a layer of insulation interposed between and coextensive with the overlapping ends of the remaining alternate and non-adjacent sensor strips and the corresponding portion of the adjacent collector strip; and
means for electrically connecting the two polarity collector strips to an external electrical circuit.
2. A urine flow sensor pad according to claim 1, in which (the sensor strips extend to opposite sides of the pad) the ends of alternate sensor strips are shaped to contact both sides of the connecting collector strip.
3. A urine flow sensor pad according to claim 1, in which all of said sensor strips are bonded to (one surface of) said substrate (and at least one of the polarity collector elements is positioned on the other surface) and are connected to said polarity collector strips via punched polarity tabs.
|Cited Patent||Filing date||Publication date||Applicant||Title|
|US1772232 *||Dec 6, 1927||Aug 5, 1930||Guilder Jesse S Van||Alarm|
|US2644050 *||Dec 27, 1951||Jun 30, 1953||Wright Seiger Harry||Enuresis bed pad|
|US2668202 *||Aug 2, 1952||Feb 2, 1954||Kaplan Benjamin D||Moisture responsive signaling device|
|US2687721 *||Jun 8, 1951||Aug 31, 1954||Joe Weidum||Micturition curative device|
|US2726294 *||Jan 30, 1951||Dec 6, 1955||Health Guardian Corp||Devices for giving an alarm upon bed wetting|
|US2735907 *||May 2, 1952||Feb 21, 1956||Moisture|
|US3643041 *||Dec 30, 1970||Feb 15, 1972||Unidynamics Phoenix||Pushbutton diaphragm switch with improved dimple actuator and/or capacitance-type switch contact structure|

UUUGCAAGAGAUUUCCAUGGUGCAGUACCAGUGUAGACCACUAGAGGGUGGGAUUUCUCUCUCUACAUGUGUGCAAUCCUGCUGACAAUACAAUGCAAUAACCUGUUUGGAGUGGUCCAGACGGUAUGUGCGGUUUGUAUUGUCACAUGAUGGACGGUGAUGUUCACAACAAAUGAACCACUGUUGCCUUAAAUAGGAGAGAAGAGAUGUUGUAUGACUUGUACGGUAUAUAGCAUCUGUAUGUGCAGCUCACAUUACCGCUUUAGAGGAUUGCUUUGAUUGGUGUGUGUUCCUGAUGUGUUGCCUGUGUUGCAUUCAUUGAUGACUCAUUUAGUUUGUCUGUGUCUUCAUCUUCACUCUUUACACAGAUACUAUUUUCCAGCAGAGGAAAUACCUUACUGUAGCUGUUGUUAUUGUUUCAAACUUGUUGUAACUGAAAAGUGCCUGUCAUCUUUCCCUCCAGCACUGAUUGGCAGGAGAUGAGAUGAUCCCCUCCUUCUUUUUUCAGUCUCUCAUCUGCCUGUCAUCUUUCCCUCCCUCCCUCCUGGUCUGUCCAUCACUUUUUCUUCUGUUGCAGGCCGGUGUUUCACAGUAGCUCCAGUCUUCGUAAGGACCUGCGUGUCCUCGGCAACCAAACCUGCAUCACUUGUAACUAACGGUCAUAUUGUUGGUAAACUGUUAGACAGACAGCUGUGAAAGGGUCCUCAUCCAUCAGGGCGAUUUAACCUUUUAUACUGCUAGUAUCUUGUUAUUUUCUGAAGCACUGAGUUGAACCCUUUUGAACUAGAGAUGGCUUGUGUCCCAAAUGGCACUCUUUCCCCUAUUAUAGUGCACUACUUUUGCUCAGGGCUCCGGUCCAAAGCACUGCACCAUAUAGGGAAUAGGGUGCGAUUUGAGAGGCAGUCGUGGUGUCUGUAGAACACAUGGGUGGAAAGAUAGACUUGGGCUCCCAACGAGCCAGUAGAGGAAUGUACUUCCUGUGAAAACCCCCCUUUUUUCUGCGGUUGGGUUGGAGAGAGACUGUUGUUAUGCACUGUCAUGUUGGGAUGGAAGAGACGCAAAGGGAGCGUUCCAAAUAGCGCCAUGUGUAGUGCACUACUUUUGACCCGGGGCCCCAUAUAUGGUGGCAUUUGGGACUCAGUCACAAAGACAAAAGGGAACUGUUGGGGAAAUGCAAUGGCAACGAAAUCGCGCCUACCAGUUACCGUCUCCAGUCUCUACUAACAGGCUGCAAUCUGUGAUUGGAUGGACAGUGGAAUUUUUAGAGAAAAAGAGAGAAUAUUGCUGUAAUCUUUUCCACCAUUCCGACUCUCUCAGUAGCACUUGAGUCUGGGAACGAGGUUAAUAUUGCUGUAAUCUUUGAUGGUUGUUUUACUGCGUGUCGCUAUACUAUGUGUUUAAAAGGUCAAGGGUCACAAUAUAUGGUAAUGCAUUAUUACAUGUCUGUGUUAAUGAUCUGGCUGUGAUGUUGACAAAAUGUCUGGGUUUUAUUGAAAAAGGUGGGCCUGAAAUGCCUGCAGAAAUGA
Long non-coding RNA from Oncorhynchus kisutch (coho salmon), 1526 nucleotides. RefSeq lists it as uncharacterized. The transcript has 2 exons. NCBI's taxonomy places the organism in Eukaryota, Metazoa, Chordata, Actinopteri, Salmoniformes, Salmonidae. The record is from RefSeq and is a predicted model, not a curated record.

|Citing Patent||Filing date||Publication date||Applicant||Title|
|US4069817 *||Aug 25, 1976||Jan 24, 1978||Fenole Joseph E||Body waste detecting device|
|US4106001 *||May 12, 1977||Aug 8, 1978||Kurt Mahoney||Moisture detector|
|US4271406 *||Jul 31, 1979||Jun 2, 1981||Wilson Reginald D||Bed wetting tattler|
|US4297686 *||Oct 1, 1979||Oct 27, 1981||Tom M Dale||Water detection device|
|US4688027 *||Nov 4, 1985||Aug 18, 1987||Widener M W||Isolated molded sensor strip|
|US4851816 *||Feb 24, 1987||Jul 25, 1989||Helene Macias||Crib death (SIDS) warning device|
|US5529567 *||Jul 1, 1994||Jun 25, 1996||Baxter International Inc.||Blood processing system having spill sensor with fail-safe circuit|
|US5557263 *||Jul 20, 1993||Sep 17, 1996||Health Sense International, Inc.||System for detection of electrically conductive fluids|
|US5658277 *||Oct 7, 1994||Aug 19, 1997||Novatec Medical Products, Inc.||Apparatus for electrical connection of glove monitor to patient|
|US5661405 *||Nov 6, 1995||Aug 26, 1997||Simon; Jay S.||Elongate sensor having polymeric electrodes filled with conductive particles and having braided sleeves|